Abdul Fattah Younis al Abidi, the Interior Minister, resigned his post following reports of Benghazi mass killings; the Gaddafi regime reported falsely on Monday that the minister was kidnapped by protestors. Eyewitnesses reported African mercenaries off-loading from cargo planes near Tripoli and immediately attacking unarmed protestors; reports also indicated helicopter gunships and warplanes were firing on protestors. In reaction, oil prices shot up to over $100 per barrel and gold jumped to $1400 an ounce.
 
February 22, 2011
 
By Tuesday the 22nd, Libya’s ambassador to the United States, Ali Aujali, called for Gaddafi to step down. The Libyan ambassadors to Indonesia and China resigned in protest, and the Libyan embassies in Malaysia and Australia claimed to no longer represent Gaddafi’s regime. U.S. Senator John Kerry and Congresswoman Ileana Ros-Lehtinen called for Libya’s removal from the UN Human Rights Council. Lehtinen called for an asset freeze and travel ban for Libya’s leading regime, and Kerry called on international partners to place Libyan military commanders on notice that they could be brought up on international war crimes charges. 
 
Hillary Clinton refined her message on Tuesday, saying “We will take appropriate steps in line with our policies, our values and our laws, but we are going to have to work in concert with the international community." The 15 person U.N. Security Council issued a statement, calling for an end to violence in Libya, underlining the need for the Libyan government to meet the basic rights of its people. The U.N. Security Council met with Libya’s U.N. Ambassador Abd-al Rahman Shalgham and UN Political Chief Lynn Pascoe for a closed door briefing, Tuesday. Calling the protestors “gangs” and “terrorists”, Muammar Gaddafi made a Libyan state television in an address threatening with the death penalty all those who take up arms or join in espionage against the Gaddafi regime.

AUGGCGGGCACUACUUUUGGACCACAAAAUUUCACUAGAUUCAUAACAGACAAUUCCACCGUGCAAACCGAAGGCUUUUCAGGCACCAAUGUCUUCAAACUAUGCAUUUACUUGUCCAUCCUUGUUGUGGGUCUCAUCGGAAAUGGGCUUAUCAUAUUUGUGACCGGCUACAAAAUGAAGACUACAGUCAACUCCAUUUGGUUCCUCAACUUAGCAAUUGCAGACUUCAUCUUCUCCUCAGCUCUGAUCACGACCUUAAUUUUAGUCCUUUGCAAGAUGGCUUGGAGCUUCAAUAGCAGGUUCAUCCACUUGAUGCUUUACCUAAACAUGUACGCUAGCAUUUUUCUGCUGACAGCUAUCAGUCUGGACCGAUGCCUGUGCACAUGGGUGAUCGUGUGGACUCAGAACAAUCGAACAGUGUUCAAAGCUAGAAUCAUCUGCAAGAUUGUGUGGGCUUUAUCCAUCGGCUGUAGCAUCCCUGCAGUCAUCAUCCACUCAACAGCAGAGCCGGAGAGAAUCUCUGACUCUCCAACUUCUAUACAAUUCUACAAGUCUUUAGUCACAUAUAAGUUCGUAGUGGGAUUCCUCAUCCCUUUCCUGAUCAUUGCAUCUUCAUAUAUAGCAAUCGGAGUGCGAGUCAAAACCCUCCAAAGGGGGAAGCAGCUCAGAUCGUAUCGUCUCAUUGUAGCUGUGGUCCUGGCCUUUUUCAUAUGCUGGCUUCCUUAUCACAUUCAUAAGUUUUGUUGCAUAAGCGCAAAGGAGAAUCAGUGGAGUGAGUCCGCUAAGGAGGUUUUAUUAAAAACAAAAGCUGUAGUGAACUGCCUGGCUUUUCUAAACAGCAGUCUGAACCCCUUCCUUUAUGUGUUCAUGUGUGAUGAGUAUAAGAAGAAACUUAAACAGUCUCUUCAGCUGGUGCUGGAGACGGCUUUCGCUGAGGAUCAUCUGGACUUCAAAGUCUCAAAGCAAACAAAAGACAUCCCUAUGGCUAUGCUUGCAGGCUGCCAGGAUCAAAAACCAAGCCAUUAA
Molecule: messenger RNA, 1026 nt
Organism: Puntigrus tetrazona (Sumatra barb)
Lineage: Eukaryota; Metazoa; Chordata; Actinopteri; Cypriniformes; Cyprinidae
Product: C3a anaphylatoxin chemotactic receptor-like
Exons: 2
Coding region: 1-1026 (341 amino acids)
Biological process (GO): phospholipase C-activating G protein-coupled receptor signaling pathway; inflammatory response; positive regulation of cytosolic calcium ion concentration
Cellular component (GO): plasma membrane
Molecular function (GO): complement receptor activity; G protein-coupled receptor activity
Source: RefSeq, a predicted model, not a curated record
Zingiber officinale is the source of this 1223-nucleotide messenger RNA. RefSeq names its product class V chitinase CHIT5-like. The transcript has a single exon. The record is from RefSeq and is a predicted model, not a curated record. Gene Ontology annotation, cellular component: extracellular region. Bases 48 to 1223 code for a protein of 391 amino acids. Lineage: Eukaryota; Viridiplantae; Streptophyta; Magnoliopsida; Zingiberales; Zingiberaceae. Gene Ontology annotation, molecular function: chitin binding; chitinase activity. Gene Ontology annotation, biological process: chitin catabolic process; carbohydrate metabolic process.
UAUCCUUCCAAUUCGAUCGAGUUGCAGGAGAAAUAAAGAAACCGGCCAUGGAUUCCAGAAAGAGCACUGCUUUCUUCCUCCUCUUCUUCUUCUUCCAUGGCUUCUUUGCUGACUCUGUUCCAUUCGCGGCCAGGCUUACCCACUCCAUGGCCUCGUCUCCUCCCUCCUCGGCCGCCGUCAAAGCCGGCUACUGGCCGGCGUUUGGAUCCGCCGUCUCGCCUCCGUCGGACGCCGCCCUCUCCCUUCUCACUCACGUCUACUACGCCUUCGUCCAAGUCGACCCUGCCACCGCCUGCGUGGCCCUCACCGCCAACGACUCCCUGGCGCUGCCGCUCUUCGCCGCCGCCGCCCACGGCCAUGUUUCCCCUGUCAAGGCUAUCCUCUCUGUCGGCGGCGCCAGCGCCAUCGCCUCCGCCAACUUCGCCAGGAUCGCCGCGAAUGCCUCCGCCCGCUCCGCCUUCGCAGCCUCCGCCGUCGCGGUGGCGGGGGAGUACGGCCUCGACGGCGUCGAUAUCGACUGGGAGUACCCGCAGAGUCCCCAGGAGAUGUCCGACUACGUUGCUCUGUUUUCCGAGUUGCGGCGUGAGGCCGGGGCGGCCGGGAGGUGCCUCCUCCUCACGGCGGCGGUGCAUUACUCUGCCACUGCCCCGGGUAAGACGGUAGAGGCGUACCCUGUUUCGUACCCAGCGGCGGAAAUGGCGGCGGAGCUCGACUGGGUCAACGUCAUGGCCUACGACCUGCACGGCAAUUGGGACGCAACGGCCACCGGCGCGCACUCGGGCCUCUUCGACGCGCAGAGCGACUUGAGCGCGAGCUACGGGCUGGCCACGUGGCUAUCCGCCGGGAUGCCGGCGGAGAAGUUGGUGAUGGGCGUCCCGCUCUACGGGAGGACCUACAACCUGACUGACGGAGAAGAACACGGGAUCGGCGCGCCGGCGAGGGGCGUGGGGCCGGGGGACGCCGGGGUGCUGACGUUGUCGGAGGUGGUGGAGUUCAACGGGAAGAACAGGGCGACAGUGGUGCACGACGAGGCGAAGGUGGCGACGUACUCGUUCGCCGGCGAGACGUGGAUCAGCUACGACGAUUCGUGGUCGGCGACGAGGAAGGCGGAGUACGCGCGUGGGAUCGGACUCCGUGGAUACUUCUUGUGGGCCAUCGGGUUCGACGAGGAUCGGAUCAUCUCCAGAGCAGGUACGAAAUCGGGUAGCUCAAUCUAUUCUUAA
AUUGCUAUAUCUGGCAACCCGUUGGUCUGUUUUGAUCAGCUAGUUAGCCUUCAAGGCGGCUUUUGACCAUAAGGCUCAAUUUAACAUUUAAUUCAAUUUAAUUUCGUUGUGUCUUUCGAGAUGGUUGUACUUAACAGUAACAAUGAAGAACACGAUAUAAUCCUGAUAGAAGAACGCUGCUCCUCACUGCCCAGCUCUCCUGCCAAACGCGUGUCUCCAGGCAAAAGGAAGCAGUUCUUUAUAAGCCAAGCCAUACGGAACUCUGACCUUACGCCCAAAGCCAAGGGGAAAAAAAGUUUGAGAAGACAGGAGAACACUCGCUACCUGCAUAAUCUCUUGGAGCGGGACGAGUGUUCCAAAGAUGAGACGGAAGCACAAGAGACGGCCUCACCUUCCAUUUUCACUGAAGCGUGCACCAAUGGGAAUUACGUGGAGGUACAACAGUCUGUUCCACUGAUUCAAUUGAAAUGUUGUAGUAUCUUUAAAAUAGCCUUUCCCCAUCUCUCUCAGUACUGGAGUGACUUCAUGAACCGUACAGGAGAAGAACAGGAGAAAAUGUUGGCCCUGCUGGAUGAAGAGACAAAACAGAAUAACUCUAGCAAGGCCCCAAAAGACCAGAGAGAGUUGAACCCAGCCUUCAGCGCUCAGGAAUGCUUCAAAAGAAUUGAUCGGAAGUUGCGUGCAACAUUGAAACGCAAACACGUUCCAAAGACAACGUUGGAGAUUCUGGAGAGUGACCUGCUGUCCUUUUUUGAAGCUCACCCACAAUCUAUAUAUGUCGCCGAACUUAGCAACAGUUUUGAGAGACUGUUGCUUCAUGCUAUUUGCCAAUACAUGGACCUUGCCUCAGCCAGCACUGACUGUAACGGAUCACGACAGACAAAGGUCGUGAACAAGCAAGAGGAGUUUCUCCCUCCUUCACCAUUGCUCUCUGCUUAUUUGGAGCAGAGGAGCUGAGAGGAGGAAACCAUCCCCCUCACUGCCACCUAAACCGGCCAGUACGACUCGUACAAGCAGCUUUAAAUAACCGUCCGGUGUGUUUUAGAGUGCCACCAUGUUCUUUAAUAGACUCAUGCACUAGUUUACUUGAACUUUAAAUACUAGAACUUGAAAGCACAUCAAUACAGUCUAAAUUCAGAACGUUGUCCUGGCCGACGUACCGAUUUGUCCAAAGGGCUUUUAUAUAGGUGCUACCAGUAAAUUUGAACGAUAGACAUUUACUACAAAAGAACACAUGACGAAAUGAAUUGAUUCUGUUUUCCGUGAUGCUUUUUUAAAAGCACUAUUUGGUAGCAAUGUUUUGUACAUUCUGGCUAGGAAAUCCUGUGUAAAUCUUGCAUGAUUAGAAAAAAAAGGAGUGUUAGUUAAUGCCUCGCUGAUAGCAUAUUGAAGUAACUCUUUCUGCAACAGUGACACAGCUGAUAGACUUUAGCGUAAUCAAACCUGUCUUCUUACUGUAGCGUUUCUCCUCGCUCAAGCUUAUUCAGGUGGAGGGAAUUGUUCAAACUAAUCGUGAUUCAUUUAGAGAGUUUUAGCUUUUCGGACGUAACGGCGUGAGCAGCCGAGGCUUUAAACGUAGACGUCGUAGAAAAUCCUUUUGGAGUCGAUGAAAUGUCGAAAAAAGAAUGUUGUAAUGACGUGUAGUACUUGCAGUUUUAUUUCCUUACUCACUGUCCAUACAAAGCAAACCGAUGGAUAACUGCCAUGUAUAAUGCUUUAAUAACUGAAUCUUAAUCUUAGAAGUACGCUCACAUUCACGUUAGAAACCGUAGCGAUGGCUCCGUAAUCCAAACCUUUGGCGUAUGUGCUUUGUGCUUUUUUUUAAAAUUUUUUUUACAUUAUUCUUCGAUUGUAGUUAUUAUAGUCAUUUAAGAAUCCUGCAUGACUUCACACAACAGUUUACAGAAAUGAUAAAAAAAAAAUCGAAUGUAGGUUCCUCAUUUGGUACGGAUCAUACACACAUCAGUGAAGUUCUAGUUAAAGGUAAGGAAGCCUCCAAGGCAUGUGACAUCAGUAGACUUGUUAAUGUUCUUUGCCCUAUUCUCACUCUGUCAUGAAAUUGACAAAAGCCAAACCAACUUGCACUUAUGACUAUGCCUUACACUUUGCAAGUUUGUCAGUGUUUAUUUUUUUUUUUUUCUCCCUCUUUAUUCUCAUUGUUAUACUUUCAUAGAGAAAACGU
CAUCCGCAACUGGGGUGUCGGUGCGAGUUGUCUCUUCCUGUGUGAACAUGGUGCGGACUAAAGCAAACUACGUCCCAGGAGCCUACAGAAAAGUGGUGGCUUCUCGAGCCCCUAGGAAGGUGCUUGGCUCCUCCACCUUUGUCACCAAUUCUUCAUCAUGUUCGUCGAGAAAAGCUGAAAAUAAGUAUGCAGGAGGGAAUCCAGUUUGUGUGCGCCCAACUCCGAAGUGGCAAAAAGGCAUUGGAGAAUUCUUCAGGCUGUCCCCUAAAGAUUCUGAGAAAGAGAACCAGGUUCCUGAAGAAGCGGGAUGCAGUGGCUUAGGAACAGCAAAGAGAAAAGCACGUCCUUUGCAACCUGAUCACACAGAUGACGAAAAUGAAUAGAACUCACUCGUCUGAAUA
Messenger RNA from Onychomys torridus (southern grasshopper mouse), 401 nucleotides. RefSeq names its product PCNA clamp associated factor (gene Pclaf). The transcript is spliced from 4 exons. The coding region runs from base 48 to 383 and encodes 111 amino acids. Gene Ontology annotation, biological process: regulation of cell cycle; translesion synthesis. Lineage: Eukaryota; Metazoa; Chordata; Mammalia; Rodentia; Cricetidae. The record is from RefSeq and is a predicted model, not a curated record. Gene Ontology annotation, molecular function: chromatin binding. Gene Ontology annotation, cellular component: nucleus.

February 23, 2011
 
On Wednesday the 23rd, the Italian Foreign Minister Franco Frattini confirmed that Cyrenaica, the eastern half of Libya, was no longer in Gaddafi’s control, and expressed concern over credible reports that the death toll had reached 1,000 in Libya’s uprising. Mass evacuations of foreign nationals caught headlines – 25,000 Turks, 33,000 Chinese, 60,000 Bangladeshis, 18,000 Indians, 26,000 Philippines citizens, as well as thousands of European, American and African nationals sought refuge from the violence. Thousands poured out through the Egyptian and Tunisian borders, and Egyptian planes were flown into Tripoli since the airport in Benghazi was in ruins; the U.S. State Department chartered a ferry and began closing its embassy, while the British sent two Royal Navy warships to help with evacuations.